Donald Trump torpedoed Scott Walker’s candidacy

Over at GQ, Jason Zengerle has an interesting take on how Donald Trump’s ascendance in the Republican presidential primary has doomed the campaign of Gov. Scott Walker.

Indeed, no GOP presidential candidate has been more negatively affected by Trump’s rise than Walker, who emerged early this year as the man most likely to beat Jeb Bush. And while Bush’s star has certainly faded since then, Walker’s has fallen even further. After leading the polls for six months in Iowa—a state he has to win—Walker now trails not only Trump there but Ben Carson as well. He’s suffered a similar slip in New Hampshire, where he’s now in fourth place—the same position he holds in the RCP average of national polls. Last week, according to The Washington Post, Walker took the drastic step of reassuring his donors that he was essentially rebooting his campaign. The reassurances were apparently insufficient for one of Walker’s biggest financial backers, Anthony Scaramucci, who, The Wall Street Journal reports, met with Trump on Monday. (Scaramucci told the Journal that he intends to stick with Walker; Trump told the Journal that Scaramucci wants to switch horses.)

That Trump’s rise has come at the same time as Walker’s fall is partly attributable to the fact that, to some extent, they’re running in the same lane—trying to win over the GOP’s conservative base; and also, as Chris Cillizza argues, that Walker is trying to appeal to both movement and establishment conservatives simultaneously. But Trump has done more than just steal like-minded potential voters (and donors) from Walker; he’s exposed just what a weak candidate Walker actually is.

Even before his birthright botch, Walker had executed what a former aide termed an “Olympics-quality flip-flop” on immigration—abandoning his past support for providing undocumented immigrants with a pathway to citizenship and even endorsing new limits on legal immigration. But, in the same breath that he was making this very public reversal in the hope of winning over conservative voters, he was, according to The Wall Street Journal, privately reassuring immigration-friendly establishment Republicans that he hadn’t changed his views. What’s more, Walker didn’t limit his flip-flops to immigration: He staked out new, more conservative positions on everything from abortion to Common Core; as well as a more Iowa-friendly stance on the Renewable Fuel Standard.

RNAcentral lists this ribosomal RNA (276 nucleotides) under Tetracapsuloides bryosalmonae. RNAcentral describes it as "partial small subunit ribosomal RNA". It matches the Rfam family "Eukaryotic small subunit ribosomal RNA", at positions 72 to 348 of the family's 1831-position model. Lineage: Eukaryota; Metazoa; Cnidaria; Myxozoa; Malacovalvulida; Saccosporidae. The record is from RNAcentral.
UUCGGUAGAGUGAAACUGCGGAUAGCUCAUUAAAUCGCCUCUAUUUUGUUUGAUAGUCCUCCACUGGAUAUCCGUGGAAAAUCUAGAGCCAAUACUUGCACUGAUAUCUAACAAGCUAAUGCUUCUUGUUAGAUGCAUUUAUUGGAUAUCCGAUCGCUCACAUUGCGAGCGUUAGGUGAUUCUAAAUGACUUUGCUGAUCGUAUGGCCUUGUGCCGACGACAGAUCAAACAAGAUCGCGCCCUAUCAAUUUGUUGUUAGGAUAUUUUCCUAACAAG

These sorts of policy reversals underscore the small-time, chintzy nature of Walker’s campaign.

OUR Milwaukee County: Where Are The Next Listening Sessions?

Here is an excerpt for the February 8th Milwaukee County Board press release announcing the OUR Milwaukee County initiative:

“We are delivering on the promise of government reform discussion that is local and inclusive,” said Chairwoman Dimitrijevic. “We are eager to listen to our constituents – the people who live throughout Milwaukee County – to hear their ideas for efficiency and effectiveness.”

The initiative, which includes a consistent agenda designed to spark discussion and debate, is set to include a series of town hall meetings in all 18 Supervisory districts throughout the months of February and March as well as a nighttime public hearing in March.

I am only aware of four listening sessions so far and tomorrow is the last day of March 2013. There were rumors of one more and Supervisor Taylor has been heard to say he wasn’t going to hold one since he knows how his constituents feel…but I think we are owed 13 more listening sessions…or better yet a county convention!

OUR Milwaukee County: Supervisor Deanna Alexanders Listening Session

I would like to thank the friends of Blogging Blue, Cory Liebmann and Matthew Finnell for both forwarding the link to this video from Wisconsin Jobs Now from the OUR Milwaukee County listening session held recently by County Supervisor Deanna Alexander. Now the video is heavily edited reducing what was probably an hour or ninety minute meeting down to under six minutes.